Arduino Hints and Tips:

Below are a number if hints that save time or problems when using Arduino / Yourduino / cables etc:
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Pins and Pin Strips: (See THIS page)

  • When using these pin strips (right), to snap off a section of a pin strip, hold it on both sides of the break point and rotate hard to twist it off.
  • Use these pin strips to create a secure "connector" by wrapping the group of black connectors with regular Scotch tape. Then you can remove and reinstall your 'Custom Cable' easily.

PushButtons on Breadboards:PushbuttonOnBreadboard.jpg

  • These Pushbuttons are often used on a breadboard (right). Notice the two black bumps on the bottom. Align them over the slot in the center of the breadboard and push down hard. Now the pushbutton will stay in place firmly.
  • Connections: Are the close-spaced pairs of pins. The two sets of pins have the same connections which are connected when the button is pressed.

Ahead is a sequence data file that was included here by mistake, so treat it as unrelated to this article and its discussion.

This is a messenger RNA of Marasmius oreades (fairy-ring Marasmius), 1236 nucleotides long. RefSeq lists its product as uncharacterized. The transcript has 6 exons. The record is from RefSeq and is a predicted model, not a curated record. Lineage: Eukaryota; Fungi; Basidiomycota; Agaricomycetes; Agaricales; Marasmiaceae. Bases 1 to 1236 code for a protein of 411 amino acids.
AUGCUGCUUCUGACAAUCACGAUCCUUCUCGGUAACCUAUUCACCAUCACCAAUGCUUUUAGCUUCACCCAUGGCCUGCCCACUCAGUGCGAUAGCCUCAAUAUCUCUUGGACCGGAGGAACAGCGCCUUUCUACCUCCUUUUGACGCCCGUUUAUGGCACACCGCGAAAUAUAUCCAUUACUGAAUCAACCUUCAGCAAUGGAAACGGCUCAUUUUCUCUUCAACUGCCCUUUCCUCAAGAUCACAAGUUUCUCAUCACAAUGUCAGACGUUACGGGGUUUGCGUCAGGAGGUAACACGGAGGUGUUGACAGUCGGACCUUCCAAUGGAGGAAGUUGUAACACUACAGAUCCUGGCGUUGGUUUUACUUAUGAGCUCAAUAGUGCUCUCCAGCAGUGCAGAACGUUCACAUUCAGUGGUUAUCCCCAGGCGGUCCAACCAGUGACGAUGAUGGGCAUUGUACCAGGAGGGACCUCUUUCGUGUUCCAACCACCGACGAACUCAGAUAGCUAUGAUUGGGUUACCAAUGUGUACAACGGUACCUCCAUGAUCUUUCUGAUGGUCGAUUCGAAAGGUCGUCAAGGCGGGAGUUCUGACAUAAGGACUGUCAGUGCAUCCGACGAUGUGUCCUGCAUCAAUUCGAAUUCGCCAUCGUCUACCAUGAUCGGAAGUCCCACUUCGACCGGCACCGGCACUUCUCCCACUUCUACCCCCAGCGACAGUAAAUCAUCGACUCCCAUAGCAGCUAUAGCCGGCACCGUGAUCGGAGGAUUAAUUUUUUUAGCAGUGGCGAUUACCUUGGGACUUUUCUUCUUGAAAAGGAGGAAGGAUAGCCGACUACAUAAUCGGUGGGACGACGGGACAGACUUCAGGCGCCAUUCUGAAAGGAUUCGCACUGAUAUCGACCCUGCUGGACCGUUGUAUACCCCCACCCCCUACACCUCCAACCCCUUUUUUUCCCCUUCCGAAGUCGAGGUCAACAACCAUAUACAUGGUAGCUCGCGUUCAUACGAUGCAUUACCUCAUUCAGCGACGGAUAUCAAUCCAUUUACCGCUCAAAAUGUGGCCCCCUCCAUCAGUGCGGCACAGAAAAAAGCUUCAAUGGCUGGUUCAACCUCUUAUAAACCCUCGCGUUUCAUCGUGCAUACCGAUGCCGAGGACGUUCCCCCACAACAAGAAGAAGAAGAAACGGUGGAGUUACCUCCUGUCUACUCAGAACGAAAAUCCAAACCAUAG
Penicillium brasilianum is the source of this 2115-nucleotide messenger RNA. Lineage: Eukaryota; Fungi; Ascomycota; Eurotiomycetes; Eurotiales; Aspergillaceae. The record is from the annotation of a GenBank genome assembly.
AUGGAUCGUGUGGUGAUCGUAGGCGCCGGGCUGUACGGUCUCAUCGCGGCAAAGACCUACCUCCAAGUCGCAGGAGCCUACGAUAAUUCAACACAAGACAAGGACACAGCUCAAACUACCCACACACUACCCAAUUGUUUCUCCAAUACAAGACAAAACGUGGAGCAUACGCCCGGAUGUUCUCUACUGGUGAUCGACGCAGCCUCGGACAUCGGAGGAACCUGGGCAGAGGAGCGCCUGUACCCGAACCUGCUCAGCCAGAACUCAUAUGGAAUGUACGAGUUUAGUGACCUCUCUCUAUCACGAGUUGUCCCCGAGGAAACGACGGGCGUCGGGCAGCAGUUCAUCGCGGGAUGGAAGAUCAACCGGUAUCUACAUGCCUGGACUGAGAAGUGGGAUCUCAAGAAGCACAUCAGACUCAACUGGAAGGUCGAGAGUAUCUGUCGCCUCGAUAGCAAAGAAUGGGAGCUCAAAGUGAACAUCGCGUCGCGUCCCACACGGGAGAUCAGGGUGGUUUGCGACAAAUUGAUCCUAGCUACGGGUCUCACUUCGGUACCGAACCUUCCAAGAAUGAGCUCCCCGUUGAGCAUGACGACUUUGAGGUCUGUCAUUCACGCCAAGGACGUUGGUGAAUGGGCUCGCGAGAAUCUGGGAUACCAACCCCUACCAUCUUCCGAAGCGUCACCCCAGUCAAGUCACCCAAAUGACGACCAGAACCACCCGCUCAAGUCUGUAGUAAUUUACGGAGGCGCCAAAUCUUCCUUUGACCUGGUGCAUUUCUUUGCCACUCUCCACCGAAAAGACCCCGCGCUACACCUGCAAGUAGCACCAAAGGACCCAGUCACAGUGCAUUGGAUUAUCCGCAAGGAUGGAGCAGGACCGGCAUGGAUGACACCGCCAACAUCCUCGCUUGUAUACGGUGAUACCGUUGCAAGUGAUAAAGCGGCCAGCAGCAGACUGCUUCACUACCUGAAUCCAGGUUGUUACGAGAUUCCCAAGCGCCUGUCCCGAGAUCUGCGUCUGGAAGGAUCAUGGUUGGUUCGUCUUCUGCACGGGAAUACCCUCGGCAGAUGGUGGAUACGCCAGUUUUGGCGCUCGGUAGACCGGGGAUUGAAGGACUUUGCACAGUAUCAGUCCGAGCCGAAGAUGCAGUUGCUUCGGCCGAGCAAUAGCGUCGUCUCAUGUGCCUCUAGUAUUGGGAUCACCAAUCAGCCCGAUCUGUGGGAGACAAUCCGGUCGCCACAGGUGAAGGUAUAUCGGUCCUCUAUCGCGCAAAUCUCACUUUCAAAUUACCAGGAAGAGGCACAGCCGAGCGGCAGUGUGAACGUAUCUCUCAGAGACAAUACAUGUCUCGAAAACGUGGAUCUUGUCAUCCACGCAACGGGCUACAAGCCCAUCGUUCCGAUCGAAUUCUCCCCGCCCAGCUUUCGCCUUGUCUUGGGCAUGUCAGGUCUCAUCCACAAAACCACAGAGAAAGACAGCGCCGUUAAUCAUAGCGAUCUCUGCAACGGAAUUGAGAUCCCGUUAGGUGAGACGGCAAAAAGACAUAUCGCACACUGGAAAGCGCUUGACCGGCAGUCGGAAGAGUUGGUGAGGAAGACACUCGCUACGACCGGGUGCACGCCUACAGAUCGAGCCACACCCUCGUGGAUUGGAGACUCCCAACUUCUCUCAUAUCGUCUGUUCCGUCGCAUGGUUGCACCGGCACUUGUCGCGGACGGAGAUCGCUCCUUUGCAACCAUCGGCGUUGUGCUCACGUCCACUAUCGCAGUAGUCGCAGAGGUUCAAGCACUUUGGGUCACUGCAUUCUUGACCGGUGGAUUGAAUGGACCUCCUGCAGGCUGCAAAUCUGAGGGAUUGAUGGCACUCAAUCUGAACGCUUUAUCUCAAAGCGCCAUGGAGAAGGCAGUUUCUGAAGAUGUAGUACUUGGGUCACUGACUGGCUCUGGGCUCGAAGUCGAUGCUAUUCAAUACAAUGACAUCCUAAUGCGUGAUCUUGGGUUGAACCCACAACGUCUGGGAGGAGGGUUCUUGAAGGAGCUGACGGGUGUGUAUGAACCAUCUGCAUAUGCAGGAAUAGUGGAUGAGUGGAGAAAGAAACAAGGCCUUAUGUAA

Here are more Hits and Tips from LarryD on the Arduino Forums:



Make breadboard friendly switch assemblies from two pin SMD switches. The center header pins are pulled out and discarded.
Avoid plugging header pins next to the center of the breadboard, use these holes for DIP sized pins only.

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(RIGHT) are two examples of programming jigs. One is a ZIF socket soldered onto a protoshield that lets me use the ArduinoISP sketch on an Uno to program a chip (in this case, an ATtiny4313).
The other is some male headers soldered onto a 6-wide protoboard. The 2x3 header on top lets me plug in the standard programmer ribbon cable, and the headers on bottom are spaced just wide enough to be able to plug this over a DIP package in a breadboard. You just need to grab the right jig and plug it over the chip to reprogram it in circuit. The one pictured is made for an ATtiny85.

For projects requiring motor mounting or to temporarily mounting other components to prove a design, consider using copper clad PCB material (Below)

This material is: very strong, easily drilled, filed, hole punched and cut.

It solders well and conducts electricity.

Common thicknesses of copper clad board are 1/32 1/16 and 1/8".
It does oxidize :(

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